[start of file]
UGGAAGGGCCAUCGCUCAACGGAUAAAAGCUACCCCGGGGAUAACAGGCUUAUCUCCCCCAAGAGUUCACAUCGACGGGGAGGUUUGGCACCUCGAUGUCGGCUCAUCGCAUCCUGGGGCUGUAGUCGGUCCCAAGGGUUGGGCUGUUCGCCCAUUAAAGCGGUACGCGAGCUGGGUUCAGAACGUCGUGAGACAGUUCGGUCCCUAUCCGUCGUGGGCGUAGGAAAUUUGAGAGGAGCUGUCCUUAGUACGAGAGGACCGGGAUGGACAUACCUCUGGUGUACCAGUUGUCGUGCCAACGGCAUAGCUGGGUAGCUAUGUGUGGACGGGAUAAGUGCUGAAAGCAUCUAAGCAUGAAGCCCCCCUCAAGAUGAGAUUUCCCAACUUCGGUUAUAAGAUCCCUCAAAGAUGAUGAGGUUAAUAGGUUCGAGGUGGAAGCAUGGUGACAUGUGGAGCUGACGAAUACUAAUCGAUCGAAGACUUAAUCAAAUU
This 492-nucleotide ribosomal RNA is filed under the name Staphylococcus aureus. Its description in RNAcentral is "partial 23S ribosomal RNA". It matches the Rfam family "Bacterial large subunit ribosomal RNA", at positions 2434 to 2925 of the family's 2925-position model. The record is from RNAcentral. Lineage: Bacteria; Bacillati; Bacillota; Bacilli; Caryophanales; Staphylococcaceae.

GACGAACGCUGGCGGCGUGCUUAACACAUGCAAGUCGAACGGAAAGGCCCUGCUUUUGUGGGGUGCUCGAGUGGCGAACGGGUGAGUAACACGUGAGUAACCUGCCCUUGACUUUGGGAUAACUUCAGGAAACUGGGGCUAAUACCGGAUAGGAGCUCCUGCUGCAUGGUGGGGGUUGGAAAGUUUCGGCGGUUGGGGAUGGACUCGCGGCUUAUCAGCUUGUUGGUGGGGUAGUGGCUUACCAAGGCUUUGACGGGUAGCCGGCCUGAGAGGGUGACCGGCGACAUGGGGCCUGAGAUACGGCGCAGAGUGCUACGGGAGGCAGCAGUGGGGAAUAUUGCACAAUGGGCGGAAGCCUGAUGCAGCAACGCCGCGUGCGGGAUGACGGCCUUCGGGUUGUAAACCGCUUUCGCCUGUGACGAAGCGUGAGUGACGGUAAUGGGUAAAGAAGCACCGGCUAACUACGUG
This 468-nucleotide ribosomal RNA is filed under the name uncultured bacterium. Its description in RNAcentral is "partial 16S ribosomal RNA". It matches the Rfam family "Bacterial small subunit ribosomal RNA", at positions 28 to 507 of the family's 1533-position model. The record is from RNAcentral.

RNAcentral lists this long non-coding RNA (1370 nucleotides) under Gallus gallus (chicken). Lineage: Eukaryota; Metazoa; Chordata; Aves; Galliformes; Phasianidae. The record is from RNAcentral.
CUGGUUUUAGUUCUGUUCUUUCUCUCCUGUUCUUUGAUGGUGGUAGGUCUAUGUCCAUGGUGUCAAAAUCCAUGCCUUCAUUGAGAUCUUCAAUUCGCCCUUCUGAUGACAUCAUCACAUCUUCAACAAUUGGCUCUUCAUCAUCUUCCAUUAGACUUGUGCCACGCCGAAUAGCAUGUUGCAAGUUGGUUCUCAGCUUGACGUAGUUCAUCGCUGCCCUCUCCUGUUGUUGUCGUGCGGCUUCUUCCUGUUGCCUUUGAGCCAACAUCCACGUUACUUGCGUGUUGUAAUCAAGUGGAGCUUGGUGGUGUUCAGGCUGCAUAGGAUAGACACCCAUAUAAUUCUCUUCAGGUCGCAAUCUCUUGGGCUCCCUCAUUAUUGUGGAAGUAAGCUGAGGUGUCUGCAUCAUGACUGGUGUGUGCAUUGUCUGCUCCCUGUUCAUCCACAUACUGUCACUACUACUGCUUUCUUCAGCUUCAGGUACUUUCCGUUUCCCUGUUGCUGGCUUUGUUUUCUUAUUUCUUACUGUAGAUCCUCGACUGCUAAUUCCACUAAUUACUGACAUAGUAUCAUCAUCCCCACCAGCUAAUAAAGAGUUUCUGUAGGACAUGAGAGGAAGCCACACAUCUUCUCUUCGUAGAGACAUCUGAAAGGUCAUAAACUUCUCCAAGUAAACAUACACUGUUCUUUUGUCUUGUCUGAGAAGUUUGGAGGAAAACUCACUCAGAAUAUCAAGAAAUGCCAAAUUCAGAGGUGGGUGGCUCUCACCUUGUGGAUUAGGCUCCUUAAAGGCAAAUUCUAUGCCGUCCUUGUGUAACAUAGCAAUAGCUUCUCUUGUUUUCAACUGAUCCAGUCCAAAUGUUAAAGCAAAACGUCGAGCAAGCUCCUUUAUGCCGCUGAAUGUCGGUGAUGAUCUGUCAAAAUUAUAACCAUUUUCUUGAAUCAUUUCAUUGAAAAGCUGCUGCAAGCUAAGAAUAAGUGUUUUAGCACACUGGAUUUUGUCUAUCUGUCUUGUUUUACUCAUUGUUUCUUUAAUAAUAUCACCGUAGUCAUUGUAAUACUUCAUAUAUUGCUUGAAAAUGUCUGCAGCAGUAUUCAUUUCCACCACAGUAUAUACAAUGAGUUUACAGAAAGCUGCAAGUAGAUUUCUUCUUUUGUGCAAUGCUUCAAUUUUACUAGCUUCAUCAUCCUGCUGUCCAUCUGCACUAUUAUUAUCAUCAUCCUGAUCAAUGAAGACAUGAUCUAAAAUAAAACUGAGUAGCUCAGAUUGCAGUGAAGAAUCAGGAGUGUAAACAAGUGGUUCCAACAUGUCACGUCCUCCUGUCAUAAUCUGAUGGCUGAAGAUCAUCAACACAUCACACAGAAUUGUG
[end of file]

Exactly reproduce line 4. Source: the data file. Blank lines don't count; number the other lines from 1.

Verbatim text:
This 468-nucleotide ribosomal RNA is filed under the name uncultured bacterium. Its description in RNAcentral is "partial 16S ribosomal RNA". It matches the Rfam family "Bacterial small subunit ribosomal RNA", at positions 28 to 507 of the family's 1533-position model. The record is from RNAcentral.